Students are concerned that the University’s systems for handling interruptions of study may cause applicants anxiety and hardship.
A PhD candidate, who chose to interrupt due to poor mental health, said “Individual members of staff have been very supportive and understanding, especially my supervisors.
“But the administrative systems are broken and make everything much more stressful at an already difficult time.”
At the University of Exeter, an interruption of studies is defined as a pause of academic study for specific period. During an interruption, a student does not need to submit any work and is not asked to pay tuition fees. Choosing to interrupt, however, can have serious financial implications.
Freedom of Information requests sent by Exeposé found that 817 Exeter students chose to interrupt their studies during the 2016 to 2017 academic year.
The total number of students interrupting their studies rose from 817 in 2016 to 885 in 2019
However, the amount of interruptions rose to 876 from 2017 to 2018, and between 2018 and 2019, 885 students interrupted their studies.
Undergraduate interruptions decreased from 53 per cent of all interruptions to 50 per cent over three years. One undergraduate student told Exeposé “I interrupted my year officially last year because I ended up not doing any of my exams due to mental health reasons.”
This uni is really messed up
“At first, when I was applying for my interruption, I felt very supported, and the person who helped with my interruption application was excellent.
“I was supposed to be having check up meetings every few weeks this year, but after the first month, I missed one and it wasn’t chased up so those stopped happening.”
The undergraduate did not receive any follow up emails.
“The principle of people being abandoned ultimately isn’t ideal’’, they added.
Postgraduate Researcher (PGR) interruptions remained at 2 per cent over the three year period. Postgraduate Taught (PGT) interruptions, meanwhile, rose considerably over the three years; from 2016 to 2017, PGTs made up 20 per cent of all interruptions. By 2019, PGTs accounted for 26 per cent.
However, PhD interruptions dropped, from 26 per cent in 2016 to 22 per cent in 2019. Nevertheless, a PhD candidate reported that their interruption was marred by “pointless” administrative systems.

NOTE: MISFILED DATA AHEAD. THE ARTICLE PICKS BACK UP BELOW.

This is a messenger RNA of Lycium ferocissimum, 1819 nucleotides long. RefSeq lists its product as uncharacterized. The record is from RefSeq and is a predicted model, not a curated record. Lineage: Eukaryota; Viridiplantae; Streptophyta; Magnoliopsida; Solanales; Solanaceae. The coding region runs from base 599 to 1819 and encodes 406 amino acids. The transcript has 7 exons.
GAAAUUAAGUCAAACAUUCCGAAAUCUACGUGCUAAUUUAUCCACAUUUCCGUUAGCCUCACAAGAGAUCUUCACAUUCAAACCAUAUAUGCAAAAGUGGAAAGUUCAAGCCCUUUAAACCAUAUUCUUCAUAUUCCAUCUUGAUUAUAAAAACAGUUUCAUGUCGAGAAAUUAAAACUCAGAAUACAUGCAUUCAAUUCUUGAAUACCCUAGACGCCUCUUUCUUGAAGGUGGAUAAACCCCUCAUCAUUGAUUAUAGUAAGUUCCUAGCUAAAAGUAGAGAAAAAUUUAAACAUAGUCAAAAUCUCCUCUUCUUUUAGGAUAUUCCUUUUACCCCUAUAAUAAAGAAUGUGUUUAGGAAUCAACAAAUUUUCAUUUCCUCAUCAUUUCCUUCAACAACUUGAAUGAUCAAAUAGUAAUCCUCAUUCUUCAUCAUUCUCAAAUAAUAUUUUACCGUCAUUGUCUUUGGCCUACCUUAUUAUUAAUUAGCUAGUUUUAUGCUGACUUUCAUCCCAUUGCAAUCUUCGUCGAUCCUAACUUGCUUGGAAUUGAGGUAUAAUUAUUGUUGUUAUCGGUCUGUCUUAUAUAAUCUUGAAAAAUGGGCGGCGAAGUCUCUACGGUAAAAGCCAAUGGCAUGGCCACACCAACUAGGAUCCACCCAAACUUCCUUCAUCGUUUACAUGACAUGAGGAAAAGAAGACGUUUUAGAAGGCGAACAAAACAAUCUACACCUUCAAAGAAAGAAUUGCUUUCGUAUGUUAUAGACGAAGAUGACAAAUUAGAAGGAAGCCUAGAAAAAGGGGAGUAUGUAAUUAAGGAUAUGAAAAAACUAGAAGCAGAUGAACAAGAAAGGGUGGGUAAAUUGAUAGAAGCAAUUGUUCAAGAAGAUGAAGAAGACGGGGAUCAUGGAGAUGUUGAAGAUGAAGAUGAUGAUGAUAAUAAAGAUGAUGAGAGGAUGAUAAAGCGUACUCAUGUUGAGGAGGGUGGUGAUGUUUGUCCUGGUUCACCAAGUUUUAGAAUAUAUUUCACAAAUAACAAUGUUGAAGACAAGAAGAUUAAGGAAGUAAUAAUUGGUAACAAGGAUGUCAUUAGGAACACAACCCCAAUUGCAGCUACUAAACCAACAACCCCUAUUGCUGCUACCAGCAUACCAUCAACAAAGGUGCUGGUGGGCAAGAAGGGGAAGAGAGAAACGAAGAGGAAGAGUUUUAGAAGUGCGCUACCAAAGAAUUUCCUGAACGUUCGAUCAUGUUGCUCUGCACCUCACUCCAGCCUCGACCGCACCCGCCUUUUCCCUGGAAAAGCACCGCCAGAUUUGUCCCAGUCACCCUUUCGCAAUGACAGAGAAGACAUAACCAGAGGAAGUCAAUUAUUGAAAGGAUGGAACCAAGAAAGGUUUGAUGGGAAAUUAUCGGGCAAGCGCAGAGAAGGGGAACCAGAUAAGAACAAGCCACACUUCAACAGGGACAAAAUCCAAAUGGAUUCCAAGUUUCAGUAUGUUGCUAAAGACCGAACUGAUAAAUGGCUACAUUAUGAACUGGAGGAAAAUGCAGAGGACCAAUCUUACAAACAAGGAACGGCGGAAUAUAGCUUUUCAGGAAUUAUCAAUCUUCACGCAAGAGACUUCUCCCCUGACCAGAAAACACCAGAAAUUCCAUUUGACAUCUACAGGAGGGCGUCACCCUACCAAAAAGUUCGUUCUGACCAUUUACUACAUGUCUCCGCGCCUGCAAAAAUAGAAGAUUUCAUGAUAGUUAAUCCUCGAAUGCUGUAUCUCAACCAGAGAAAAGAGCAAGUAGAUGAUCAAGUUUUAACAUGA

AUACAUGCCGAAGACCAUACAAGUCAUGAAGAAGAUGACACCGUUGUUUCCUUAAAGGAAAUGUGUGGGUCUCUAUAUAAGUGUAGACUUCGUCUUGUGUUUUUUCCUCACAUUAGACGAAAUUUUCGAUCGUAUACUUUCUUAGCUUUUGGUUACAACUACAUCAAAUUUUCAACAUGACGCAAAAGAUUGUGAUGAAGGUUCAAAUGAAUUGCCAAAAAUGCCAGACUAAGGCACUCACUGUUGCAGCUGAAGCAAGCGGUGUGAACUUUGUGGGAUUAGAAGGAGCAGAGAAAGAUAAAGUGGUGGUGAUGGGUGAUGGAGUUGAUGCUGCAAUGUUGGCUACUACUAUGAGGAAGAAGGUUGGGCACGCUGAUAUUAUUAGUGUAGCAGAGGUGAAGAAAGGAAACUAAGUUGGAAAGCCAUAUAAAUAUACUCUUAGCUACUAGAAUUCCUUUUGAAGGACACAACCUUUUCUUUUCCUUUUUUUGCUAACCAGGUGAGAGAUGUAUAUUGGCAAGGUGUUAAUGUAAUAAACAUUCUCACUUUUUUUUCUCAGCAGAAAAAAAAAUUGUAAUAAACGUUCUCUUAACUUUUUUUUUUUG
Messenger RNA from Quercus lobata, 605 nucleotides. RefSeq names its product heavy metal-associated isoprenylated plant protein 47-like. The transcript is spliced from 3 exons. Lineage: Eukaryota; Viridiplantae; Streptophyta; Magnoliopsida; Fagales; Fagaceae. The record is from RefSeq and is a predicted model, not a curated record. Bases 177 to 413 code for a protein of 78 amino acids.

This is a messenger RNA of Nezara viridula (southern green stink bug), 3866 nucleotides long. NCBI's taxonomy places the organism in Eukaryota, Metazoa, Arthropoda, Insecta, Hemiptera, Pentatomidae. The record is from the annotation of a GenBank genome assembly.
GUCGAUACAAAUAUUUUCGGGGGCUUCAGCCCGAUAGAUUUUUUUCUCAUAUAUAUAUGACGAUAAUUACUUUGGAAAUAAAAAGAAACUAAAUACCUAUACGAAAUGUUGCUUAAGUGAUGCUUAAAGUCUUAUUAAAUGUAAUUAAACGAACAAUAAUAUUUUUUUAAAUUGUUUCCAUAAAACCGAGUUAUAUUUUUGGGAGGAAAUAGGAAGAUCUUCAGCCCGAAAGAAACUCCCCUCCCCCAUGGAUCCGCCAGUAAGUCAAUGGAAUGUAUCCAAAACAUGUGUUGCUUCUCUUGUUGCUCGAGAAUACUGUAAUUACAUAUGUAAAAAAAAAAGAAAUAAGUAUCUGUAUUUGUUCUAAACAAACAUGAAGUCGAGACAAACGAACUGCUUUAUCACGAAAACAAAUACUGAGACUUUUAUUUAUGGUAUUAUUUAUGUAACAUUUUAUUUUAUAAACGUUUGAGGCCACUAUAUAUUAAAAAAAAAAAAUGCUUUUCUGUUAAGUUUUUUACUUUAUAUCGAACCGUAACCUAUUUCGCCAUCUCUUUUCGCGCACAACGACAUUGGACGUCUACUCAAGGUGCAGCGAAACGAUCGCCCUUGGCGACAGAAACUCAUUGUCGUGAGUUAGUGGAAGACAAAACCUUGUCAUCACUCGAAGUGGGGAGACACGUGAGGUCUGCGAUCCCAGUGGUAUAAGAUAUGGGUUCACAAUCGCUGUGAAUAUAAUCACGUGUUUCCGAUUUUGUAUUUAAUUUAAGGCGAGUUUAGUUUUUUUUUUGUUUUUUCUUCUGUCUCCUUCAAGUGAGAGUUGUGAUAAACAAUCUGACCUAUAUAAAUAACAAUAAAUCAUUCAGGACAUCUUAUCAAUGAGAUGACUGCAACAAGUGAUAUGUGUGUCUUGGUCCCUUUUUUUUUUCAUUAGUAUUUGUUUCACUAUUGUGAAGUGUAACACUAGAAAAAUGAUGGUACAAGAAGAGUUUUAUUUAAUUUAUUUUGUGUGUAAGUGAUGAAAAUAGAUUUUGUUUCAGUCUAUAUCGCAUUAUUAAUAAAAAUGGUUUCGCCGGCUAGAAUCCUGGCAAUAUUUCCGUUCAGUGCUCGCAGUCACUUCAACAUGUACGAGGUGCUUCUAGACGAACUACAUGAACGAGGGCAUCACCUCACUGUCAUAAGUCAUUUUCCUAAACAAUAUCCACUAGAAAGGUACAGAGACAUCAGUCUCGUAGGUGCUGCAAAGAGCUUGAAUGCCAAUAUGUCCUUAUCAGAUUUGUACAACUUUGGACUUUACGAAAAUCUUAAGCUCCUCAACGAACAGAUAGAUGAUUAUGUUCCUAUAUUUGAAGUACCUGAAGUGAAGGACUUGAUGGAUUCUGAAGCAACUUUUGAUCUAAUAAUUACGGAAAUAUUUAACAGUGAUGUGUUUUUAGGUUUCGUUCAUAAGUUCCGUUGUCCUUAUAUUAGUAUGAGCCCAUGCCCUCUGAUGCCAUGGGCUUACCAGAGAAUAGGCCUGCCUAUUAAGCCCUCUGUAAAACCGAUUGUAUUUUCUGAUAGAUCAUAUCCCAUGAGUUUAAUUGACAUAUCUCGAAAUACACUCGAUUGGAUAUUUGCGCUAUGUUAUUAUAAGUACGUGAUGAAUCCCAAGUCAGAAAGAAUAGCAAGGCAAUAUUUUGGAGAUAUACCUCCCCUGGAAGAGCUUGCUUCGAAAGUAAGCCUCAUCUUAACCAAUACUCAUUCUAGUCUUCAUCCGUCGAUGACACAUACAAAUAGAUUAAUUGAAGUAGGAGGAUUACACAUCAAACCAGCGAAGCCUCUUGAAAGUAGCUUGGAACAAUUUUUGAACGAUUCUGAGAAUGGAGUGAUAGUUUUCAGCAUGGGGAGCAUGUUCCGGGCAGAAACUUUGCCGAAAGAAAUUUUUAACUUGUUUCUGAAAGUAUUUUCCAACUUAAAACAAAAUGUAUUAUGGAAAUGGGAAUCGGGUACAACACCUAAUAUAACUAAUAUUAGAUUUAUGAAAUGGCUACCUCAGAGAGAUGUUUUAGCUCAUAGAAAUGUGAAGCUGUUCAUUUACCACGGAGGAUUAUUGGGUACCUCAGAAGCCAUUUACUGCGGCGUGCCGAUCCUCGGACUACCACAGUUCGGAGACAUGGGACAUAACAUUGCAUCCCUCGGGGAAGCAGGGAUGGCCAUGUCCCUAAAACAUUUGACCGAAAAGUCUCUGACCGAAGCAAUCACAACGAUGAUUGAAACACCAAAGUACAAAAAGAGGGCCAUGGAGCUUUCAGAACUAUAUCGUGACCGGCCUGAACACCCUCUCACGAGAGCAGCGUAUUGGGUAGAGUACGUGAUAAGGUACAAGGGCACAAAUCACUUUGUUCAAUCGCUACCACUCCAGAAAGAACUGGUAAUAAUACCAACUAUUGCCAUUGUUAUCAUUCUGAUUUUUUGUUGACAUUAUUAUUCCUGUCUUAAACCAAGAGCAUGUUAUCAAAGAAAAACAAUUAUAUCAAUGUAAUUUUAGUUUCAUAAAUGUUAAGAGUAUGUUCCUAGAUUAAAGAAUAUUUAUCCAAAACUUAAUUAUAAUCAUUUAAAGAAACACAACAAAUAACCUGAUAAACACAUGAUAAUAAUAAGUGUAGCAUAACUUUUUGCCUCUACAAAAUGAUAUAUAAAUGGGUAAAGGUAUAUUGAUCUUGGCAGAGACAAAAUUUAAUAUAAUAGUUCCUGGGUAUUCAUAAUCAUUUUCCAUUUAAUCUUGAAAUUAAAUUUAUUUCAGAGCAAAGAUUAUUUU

The PhD student continued “There were huge delays in getting the interruption approved – I originally applied for eight weeks and then extended to a full 12 weeks but the extension wasn’t “officially” approved until a month after I was back.
“My PhD is also funded by an external research council and we continue to receive funding when on medical interruption for a maximum of 12 weeks a year.
“The reasons for my interruption were recorded incorrectly and I didn’t get paid on time which meant I was late paying bills, and the communication I received from the uni about it was really poor, which as you can imagine didn’t help my mental health.
“Because of the delay in approving my interruption in the first place, as well as getting paid, I literally couldn’t afford to pay for the letter and the uni wouldn’t recognise me as back even though I’d been back having supervisions for a month.
“I appreciate that the uni probably does it to cover their backs but the financial burden is a lot, plus they’re not really necessary. My GP didn’t want to write one and charge me for it because it was pointless admin burden for him and me.”
However, the student experience of the University’s interruption system was not universally negative.
Sóley, a former Physics Third Year undergraduate, decided to interrupt in October 2019.
She said “I interrupted my studies because of my mental health issues, I was no longer managing to make it to lectures and was hospitalised for a panic attack, so doing my course just felt impossible.
“It was a fairly simple process which meant it didn’t take a huge amount of effort on my part, which is great when I have very low energy with my mental illnesses.”
A University spokesperson said: “Students can interrupt their study for a range of reasons including health, family or financial and the University will offer support so that wherever possible they can return at a later date.
We are sorry to hear about these individual cases and will always listen to student views so that we can improve our administrative systemsUniversity spokesperson
“This is different to granting deferrals or coursework and examination extensions where the university may require additional evidence but each case is different and our aim is to make the process as simple as possible.
“We are sorry to hear about these individual cases and will always listen to student views so that we can improve our administrative systems and look to identify trends such as the increase in postgraduate interruptions to tailor our support accordingly.”
Katie Heard, VP Welfare & Diversity, outlined the Students’ Guild’s provision for members who are considering an interruption.
Heard said: “Whilst the number of students who are considering or have chosen to interrupt their studies that have accessed the Students’ Guild Advice Service is confidential, I can confirm that there has been significant support provided for these students.
“In terms of the support and advice that has, and is, offered to these students, there is support around assessing available options, understanding financial implications, accommodation related issues and academic related issues.
“The Advice Service makes referrals to the University’s Wellbeing services, or if a student can no longer access the service, then students are signposted to services in the community. Additionally, if a student believes their best option is to attend a different university, impartial guidance can be offered as well.”
Editor: Aaron Loose & Harry Caton